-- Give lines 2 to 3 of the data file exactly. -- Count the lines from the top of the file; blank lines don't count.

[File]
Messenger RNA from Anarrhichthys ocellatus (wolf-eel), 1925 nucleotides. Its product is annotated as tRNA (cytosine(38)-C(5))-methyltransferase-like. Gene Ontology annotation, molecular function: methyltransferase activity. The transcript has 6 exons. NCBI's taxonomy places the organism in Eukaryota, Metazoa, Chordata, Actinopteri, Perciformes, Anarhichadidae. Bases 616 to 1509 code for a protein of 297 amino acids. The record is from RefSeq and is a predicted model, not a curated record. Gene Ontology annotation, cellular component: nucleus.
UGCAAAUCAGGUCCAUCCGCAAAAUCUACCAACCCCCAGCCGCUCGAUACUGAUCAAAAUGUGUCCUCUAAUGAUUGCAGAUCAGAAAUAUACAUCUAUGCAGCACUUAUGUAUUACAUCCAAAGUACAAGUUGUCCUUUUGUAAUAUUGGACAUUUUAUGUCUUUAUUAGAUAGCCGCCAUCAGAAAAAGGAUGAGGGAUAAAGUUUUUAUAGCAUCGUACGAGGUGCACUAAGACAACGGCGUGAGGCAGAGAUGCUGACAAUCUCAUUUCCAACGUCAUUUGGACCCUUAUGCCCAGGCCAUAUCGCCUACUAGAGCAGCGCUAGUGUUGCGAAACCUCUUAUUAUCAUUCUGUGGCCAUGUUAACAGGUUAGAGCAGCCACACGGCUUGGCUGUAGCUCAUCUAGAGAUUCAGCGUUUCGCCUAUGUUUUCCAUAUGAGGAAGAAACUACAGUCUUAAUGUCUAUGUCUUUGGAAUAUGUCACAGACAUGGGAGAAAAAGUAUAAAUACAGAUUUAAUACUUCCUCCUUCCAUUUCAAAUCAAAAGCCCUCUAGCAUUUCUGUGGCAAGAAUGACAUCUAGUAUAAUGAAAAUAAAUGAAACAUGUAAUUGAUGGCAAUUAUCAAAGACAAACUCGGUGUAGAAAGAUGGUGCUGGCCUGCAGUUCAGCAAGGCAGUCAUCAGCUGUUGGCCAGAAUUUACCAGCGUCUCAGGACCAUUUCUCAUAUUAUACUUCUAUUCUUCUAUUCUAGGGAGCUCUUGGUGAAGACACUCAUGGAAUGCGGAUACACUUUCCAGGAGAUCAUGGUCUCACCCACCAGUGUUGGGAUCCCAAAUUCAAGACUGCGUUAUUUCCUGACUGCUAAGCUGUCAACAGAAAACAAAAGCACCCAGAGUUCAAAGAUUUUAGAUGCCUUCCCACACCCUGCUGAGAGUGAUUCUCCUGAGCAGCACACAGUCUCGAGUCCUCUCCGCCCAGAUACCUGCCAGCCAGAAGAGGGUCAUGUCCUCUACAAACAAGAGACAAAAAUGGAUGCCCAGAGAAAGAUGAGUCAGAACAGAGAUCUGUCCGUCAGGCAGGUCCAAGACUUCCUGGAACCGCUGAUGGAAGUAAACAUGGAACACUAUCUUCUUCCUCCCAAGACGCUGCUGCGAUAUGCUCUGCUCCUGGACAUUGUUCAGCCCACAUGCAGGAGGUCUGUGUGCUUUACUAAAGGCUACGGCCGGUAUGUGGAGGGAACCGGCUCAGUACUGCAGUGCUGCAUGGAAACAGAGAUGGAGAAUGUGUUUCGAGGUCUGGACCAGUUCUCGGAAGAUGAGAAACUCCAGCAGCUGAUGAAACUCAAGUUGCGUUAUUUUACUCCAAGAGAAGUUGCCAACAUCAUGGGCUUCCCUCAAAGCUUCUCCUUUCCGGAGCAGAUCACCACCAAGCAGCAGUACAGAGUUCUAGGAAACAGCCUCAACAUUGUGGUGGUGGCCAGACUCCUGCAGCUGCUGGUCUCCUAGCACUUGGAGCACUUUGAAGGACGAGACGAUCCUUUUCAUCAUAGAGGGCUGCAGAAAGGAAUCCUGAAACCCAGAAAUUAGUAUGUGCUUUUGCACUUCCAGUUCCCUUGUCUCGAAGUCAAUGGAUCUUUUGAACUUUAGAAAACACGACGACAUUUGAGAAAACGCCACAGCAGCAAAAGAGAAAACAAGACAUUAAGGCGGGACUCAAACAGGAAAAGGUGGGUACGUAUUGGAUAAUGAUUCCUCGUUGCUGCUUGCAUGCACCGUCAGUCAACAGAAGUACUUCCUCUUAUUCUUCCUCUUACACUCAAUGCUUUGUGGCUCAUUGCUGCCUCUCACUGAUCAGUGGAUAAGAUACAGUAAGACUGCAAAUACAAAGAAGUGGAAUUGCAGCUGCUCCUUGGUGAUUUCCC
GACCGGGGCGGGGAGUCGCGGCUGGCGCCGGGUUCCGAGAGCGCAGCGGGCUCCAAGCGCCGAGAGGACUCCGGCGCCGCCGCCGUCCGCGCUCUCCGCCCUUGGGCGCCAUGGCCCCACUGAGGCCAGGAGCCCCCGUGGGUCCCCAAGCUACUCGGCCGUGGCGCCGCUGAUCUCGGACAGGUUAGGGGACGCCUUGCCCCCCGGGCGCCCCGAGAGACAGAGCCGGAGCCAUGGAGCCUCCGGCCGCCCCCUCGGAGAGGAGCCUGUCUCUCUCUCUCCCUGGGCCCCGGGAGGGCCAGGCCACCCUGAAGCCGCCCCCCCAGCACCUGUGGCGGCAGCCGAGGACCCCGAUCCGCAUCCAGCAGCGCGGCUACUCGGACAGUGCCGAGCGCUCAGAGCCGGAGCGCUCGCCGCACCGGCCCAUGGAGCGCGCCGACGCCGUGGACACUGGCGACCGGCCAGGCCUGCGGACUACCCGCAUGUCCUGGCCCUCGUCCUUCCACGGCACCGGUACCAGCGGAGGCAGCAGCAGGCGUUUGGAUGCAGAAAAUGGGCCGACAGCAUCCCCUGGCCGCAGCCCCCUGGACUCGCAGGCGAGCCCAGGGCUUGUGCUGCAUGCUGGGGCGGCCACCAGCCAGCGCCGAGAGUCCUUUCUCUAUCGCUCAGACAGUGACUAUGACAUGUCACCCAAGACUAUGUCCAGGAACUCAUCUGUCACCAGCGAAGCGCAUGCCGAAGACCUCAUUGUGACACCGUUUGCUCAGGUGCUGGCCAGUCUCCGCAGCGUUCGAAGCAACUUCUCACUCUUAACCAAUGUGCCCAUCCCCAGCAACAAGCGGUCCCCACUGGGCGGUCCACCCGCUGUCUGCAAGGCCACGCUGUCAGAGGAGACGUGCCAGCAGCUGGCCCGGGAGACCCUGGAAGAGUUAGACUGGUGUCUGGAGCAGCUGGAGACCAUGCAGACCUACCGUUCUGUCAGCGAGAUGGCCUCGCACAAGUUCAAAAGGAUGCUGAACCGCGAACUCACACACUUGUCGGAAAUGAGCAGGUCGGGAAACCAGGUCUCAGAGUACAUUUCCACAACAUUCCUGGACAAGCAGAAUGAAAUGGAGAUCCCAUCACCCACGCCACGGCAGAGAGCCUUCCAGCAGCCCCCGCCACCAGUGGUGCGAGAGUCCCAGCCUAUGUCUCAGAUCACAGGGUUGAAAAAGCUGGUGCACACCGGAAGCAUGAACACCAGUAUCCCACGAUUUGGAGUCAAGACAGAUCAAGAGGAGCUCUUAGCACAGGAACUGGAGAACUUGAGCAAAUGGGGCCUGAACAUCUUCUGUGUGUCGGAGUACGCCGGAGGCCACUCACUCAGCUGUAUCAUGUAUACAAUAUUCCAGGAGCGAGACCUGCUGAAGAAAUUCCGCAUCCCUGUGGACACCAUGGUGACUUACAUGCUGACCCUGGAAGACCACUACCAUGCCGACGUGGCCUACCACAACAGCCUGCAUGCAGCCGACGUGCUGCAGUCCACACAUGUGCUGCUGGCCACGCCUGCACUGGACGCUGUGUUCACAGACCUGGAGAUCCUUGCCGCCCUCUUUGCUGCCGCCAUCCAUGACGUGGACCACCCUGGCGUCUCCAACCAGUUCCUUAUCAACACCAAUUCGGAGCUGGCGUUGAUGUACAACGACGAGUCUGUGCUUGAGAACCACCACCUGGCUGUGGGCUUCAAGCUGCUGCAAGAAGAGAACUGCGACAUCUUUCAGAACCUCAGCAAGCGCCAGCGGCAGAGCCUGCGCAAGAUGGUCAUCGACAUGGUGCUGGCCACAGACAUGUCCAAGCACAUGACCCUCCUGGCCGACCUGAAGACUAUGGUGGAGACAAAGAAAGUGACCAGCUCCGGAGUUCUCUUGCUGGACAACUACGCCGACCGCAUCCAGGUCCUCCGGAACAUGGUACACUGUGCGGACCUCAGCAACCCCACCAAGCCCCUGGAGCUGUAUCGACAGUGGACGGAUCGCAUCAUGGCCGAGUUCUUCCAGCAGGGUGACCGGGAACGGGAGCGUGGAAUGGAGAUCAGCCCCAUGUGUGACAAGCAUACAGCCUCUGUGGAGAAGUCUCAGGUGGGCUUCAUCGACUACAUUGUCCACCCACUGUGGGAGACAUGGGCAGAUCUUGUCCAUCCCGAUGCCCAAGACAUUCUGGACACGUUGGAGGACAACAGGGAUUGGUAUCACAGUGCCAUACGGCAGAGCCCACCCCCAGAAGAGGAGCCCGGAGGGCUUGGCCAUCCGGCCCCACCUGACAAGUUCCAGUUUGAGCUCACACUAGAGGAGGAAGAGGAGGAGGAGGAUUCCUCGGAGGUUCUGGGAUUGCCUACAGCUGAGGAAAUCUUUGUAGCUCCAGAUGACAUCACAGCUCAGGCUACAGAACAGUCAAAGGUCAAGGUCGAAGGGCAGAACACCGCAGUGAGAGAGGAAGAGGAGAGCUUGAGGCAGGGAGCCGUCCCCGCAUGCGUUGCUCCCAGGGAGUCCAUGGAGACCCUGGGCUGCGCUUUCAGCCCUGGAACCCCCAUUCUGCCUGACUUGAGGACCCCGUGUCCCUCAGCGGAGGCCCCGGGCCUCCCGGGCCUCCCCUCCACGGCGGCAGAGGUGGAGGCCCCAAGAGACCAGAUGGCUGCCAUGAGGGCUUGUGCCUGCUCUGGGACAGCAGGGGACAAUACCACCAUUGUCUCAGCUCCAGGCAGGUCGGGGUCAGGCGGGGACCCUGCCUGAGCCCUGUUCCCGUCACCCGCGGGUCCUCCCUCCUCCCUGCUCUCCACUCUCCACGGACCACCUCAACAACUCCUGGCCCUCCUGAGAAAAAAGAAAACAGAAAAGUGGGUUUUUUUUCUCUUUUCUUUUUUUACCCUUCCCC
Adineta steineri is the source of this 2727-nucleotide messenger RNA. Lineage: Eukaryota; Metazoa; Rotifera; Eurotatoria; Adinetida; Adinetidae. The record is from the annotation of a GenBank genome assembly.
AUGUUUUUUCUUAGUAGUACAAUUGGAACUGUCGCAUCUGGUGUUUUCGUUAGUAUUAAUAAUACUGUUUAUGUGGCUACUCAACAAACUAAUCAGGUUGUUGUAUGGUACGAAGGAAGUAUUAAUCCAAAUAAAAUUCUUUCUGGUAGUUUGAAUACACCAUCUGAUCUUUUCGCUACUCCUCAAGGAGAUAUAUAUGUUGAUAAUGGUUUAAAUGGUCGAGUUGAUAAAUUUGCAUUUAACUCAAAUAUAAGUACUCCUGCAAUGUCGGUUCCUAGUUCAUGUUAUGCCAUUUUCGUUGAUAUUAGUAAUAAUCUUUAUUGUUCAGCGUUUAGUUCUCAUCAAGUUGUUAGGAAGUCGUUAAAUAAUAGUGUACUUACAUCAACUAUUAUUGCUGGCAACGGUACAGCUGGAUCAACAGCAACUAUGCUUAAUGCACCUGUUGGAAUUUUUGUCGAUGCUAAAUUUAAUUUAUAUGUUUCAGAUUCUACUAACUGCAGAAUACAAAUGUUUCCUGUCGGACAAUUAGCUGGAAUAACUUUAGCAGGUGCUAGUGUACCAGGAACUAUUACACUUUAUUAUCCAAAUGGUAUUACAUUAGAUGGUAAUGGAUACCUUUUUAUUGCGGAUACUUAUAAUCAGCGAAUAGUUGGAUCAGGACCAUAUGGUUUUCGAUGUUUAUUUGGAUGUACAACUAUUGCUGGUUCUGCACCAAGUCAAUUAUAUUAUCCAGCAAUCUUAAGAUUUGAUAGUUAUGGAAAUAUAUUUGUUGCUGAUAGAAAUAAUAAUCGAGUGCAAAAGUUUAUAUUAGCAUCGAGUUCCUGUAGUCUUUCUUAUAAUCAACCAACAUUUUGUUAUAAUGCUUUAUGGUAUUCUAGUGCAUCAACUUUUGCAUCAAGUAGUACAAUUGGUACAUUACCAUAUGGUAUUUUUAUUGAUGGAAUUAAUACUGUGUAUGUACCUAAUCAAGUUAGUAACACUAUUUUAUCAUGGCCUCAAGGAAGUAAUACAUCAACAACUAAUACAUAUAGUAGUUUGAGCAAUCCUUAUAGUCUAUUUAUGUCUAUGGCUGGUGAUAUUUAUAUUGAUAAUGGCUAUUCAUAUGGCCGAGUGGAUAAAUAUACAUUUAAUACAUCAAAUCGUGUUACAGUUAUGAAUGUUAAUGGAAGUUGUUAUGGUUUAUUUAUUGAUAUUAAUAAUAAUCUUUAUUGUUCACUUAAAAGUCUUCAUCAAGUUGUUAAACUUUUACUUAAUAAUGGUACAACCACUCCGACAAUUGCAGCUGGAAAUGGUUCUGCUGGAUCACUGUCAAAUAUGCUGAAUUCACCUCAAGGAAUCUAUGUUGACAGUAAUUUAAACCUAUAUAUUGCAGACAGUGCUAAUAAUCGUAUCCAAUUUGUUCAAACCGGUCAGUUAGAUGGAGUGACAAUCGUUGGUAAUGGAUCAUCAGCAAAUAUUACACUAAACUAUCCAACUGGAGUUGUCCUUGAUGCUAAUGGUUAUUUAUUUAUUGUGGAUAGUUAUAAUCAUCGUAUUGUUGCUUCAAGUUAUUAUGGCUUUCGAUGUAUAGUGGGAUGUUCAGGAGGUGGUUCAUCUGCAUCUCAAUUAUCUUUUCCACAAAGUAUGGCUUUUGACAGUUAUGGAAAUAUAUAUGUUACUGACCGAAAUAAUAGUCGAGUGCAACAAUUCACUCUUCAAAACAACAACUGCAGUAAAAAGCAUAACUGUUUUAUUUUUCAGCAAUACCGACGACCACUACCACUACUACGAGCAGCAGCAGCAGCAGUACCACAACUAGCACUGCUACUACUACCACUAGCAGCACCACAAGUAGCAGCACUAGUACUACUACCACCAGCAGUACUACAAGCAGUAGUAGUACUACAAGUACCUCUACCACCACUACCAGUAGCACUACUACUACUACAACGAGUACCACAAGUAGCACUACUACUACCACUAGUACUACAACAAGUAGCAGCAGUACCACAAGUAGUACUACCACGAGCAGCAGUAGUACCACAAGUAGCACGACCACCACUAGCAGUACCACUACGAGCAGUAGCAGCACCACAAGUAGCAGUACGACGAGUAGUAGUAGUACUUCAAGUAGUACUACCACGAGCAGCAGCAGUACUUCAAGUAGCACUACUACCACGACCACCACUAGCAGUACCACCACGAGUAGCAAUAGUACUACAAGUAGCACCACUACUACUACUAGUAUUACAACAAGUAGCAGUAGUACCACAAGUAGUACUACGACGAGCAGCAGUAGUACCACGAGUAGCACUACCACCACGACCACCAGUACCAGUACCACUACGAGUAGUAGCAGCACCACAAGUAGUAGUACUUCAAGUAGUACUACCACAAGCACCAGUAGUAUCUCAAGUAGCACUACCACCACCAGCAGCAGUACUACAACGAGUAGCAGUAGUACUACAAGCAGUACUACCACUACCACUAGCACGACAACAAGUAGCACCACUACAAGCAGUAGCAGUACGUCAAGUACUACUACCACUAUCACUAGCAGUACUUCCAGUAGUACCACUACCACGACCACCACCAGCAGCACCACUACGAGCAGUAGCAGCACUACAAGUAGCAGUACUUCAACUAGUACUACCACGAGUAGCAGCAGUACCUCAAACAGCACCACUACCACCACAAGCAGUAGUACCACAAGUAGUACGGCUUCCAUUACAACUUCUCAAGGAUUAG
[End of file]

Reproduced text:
UGCAAAUCAGGUCCAUCCGCAAAAUCUACCAACCCCCAGCCGCUCGAUACUGAUCAAAAUGUGUCCUCUAAUGAUUGCAGAUCAGAAAUAUACAUCUAUGCAGCACUUAUGUAUUACAUCCAAAGUACAAGUUGUCCUUUUGUAAUAUUGGACAUUUUAUGUCUUUAUUAGAUAGCCGCCAUCAGAAAAAGGAUGAGGGAUAAAGUUUUUAUAGCAUCGUACGAGGUGCACUAAGACAACGGCGUGAGGCAGAGAUGCUGACAAUCUCAUUUCCAACGUCAUUUGGACCCUUAUGCCCAGGCCAUAUCGCCUACUAGAGCAGCGCUAGUGUUGCGAAACCUCUUAUUAUCAUUCUGUGGCCAUGUUAACAGGUUAGAGCAGCCACACGGCUUGGCUGUAGCUCAUCUAGAGAUUCAGCGUUUCGCCUAUGUUUUCCAUAUGAGGAAGAAACUACAGUCUUAAUGUCUAUGUCUUUGGAAUAUGUCACAGACAUGGGAGAAAAAGUAUAAAUACAGAUUUAAUACUUCCUCCUUCCAUUUCAAAUCAAAAGCCCUCUAGCAUUUCUGUGGCAAGAAUGACAUCUAGUAUAAUGAAAAUAAAUGAAACAUGUAAUUGAUGGCAAUUAUCAAAGACAAACUCGGUGUAGAAAGAUGGUGCUGGCCUGCAGUUCAGCAAGGCAGUCAUCAGCUGUUGGCCAGAAUUUACCAGCGUCUCAGGACCAUUUCUCAUAUUAUACUUCUAUUCUUCUAUUCUAGGGAGCUCUUGGUGAAGACACUCAUGGAAUGCGGAUACACUUUCCAGGAGAUCAUGGUCUCACCCACCAGUGUUGGGAUCCCAAAUUCAAGACUGCGUUAUUUCCUGACUGCUAAGCUGUCAACAGAAAACAAAAGCACCCAGAGUUCAAAGAUUUUAGAUGCCUUCCCACACCCUGCUGAGAGUGAUUCUCCUGAGCAGCACACAGUCUCGAGUCCUCUCCGCCCAGAUACCUGCCAGCCAGAAGAGGGUCAUGUCCUCUACAAACAAGAGACAAAAAUGGAUGCCCAGAGAAAGAUGAGUCAGAACAGAGAUCUGUCCGUCAGGCAGGUCCAAGACUUCCUGGAACCGCUGAUGGAAGUAAACAUGGAACACUAUCUUCUUCCUCCCAAGACGCUGCUGCGAUAUGCUCUGCUCCUGGACAUUGUUCAGCCCACAUGCAGGAGGUCUGUGUGCUUUACUAAAGGCUACGGCCGGUAUGUGGAGGGAACCGGCUCAGUACUGCAGUGCUGCAUGGAAACAGAGAUGGAGAAUGUGUUUCGAGGUCUGGACCAGUUCUCGGAAGAUGAGAAACUCCAGCAGCUGAUGAAACUCAAGUUGCGUUAUUUUACUCCAAGAGAAGUUGCCAACAUCAUGGGCUUCCCUCAAAGCUUCUCCUUUCCGGAGCAGAUCACCACCAAGCAGCAGUACAGAGUUCUAGGAAACAGCCUCAACAUUGUGGUGGUGGCCAGACUCCUGCAGCUGCUGGUCUCCUAGCACUUGGAGCACUUUGAAGGACGAGACGAUCCUUUUCAUCAUAGAGGGCUGCAGAAAGGAAUCCUGAAACCCAGAAAUUAGUAUGUGCUUUUGCACUUCCAGUUCCCUUGUCUCGAAGUCAAUGGAUCUUUUGAACUUUAGAAAACACGACGACAUUUGAGAAAACGCCACAGCAGCAAAAGAGAAAACAAGACAUUAAGGCGGGACUCAAACAGGAAAAGGUGGGUACGUAUUGGAUAAUGAUUCCUCGUUGCUGCUUGCAUGCACCGUCAGUCAACAGAAGUACUUCCUCUUAUUCUUCCUCUUACACUCAAUGCUUUGUGGCUCAUUGCUGCCUCUCACUGAUCAGUGGAUAAGAUACAGUAAGACUGCAAAUACAAAGAAGUGGAAUUGCAGCUGCUCCUUGGUGAUUUCCC
GACCGGGGCGGGGAGUCGCGGCUGGCGCCGGGUUCCGAGAGCGCAGCGGGCUCCAAGCGCCGAGAGGACUCCGGCGCCGCCGCCGUCCGCGCUCUCCGCCCUUGGGCGCCAUGGCCCCACUGAGGCCAGGAGCCCCCGUGGGUCCCCAAGCUACUCGGCCGUGGCGCCGCUGAUCUCGGACAGGUUAGGGGACGCCUUGCCCCCCGGGCGCCCCGAGAGACAGAGCCGGAGCCAUGGAGCCUCCGGCCGCCCCCUCGGAGAGGAGCCUGUCUCUCUCUCUCCCUGGGCCCCGGGAGGGCCAGGCCACCCUGAAGCCGCCCCCCCAGCACCUGUGGCGGCAGCCGAGGACCCCGAUCCGCAUCCAGCAGCGCGGCUACUCGGACAGUGCCGAGCGCUCAGAGCCGGAGCGCUCGCCGCACCGGCCCAUGGAGCGCGCCGACGCCGUGGACACUGGCGACCGGCCAGGCCUGCGGACUACCCGCAUGUCCUGGCCCUCGUCCUUCCACGGCACCGGUACCAGCGGAGGCAGCAGCAGGCGUUUGGAUGCAGAAAAUGGGCCGACAGCAUCCCCUGGCCGCAGCCCCCUGGACUCGCAGGCGAGCCCAGGGCUUGUGCUGCAUGCUGGGGCGGCCACCAGCCAGCGCCGAGAGUCCUUUCUCUAUCGCUCAGACAGUGACUAUGACAUGUCACCCAAGACUAUGUCCAGGAACUCAUCUGUCACCAGCGAAGCGCAUGCCGAAGACCUCAUUGUGACACCGUUUGCUCAGGUGCUGGCCAGUCUCCGCAGCGUUCGAAGCAACUUCUCACUCUUAACCAAUGUGCCCAUCCCCAGCAACAAGCGGUCCCCACUGGGCGGUCCACCCGCUGUCUGCAAGGCCACGCUGUCAGAGGAGACGUGCCAGCAGCUGGCCCGGGAGACCCUGGAAGAGUUAGACUGGUGUCUGGAGCAGCUGGAGACCAUGCAGACCUACCGUUCUGUCAGCGAGAUGGCCUCGCACAAGUUCAAAAGGAUGCUGAACCGCGAACUCACACACUUGUCGGAAAUGAGCAGGUCGGGAAACCAGGUCUCAGAGUACAUUUCCACAACAUUCCUGGACAAGCAGAAUGAAAUGGAGAUCCCAUCACCCACGCCACGGCAGAGAGCCUUCCAGCAGCCCCCGCCACCAGUGGUGCGAGAGUCCCAGCCUAUGUCUCAGAUCACAGGGUUGAAAAAGCUGGUGCACACCGGAAGCAUGAACACCAGUAUCCCACGAUUUGGAGUCAAGACAGAUCAAGAGGAGCUCUUAGCACAGGAACUGGAGAACUUGAGCAAAUGGGGCCUGAACAUCUUCUGUGUGUCGGAGUACGCCGGAGGCCACUCACUCAGCUGUAUCAUGUAUACAAUAUUCCAGGAGCGAGACCUGCUGAAGAAAUUCCGCAUCCCUGUGGACACCAUGGUGACUUACAUGCUGACCCUGGAAGACCACUACCAUGCCGACGUGGCCUACCACAACAGCCUGCAUGCAGCCGACGUGCUGCAGUCCACACAUGUGCUGCUGGCCACGCCUGCACUGGACGCUGUGUUCACAGACCUGGAGAUCCUUGCCGCCCUCUUUGCUGCCGCCAUCCAUGACGUGGACCACCCUGGCGUCUCCAACCAGUUCCUUAUCAACACCAAUUCGGAGCUGGCGUUGAUGUACAACGACGAGUCUGUGCUUGAGAACCACCACCUGGCUGUGGGCUUCAAGCUGCUGCAAGAAGAGAACUGCGACAUCUUUCAGAACCUCAGCAAGCGCCAGCGGCAGAGCCUGCGCAAGAUGGUCAUCGACAUGGUGCUGGCCACAGACAUGUCCAAGCACAUGACCCUCCUGGCCGACCUGAAGACUAUGGUGGAGACAAAGAAAGUGACCAGCUCCGGAGUUCUCUUGCUGGACAACUACGCCGACCGCAUCCAGGUCCUCCGGAACAUGGUACACUGUGCGGACCUCAGCAACCCCACCAAGCCCCUGGAGCUGUAUCGACAGUGGACGGAUCGCAUCAUGGCCGAGUUCUUCCAGCAGGGUGACCGGGAACGGGAGCGUGGAAUGGAGAUCAGCCCCAUGUGUGACAAGCAUACAGCCUCUGUGGAGAAGUCUCAGGUGGGCUUCAUCGACUACAUUGUCCACCCACUGUGGGAGACAUGGGCAGAUCUUGUCCAUCCCGAUGCCCAAGACAUUCUGGACACGUUGGAGGACAACAGGGAUUGGUAUCACAGUGCCAUACGGCAGAGCCCACCCCCAGAAGAGGAGCCCGGAGGGCUUGGCCAUCCGGCCCCACCUGACAAGUUCCAGUUUGAGCUCACACUAGAGGAGGAAGAGGAGGAGGAGGAUUCCUCGGAGGUUCUGGGAUUGCCUACAGCUGAGGAAAUCUUUGUAGCUCCAGAUGACAUCACAGCUCAGGCUACAGAACAGUCAAAGGUCAAGGUCGAAGGGCAGAACACCGCAGUGAGAGAGGAAGAGGAGAGCUUGAGGCAGGGAGCCGUCCCCGCAUGCGUUGCUCCCAGGGAGUCCAUGGAGACCCUGGGCUGCGCUUUCAGCCCUGGAACCCCCAUUCUGCCUGACUUGAGGACCCCGUGUCCCUCAGCGGAGGCCCCGGGCCUCCCGGGCCUCCCCUCCACGGCGGCAGAGGUGGAGGCCCCAAGAGACCAGAUGGCUGCCAUGAGGGCUUGUGCCUGCUCUGGGACAGCAGGGGACAAUACCACCAUUGUCUCAGCUCCAGGCAGGUCGGGGUCAGGCGGGGACCCUGCCUGAGCCCUGUUCCCGUCACCCGCGGGUCCUCCCUCCUCCCUGCUCUCCACUCUCCACGGACCACCUCAACAACUCCUGGCCCUCCUGAGAAAAAAGAAAACAGAAAAGUGGGUUUUUUUUCUCUUUUCUUUUUUUACCCUUCCCC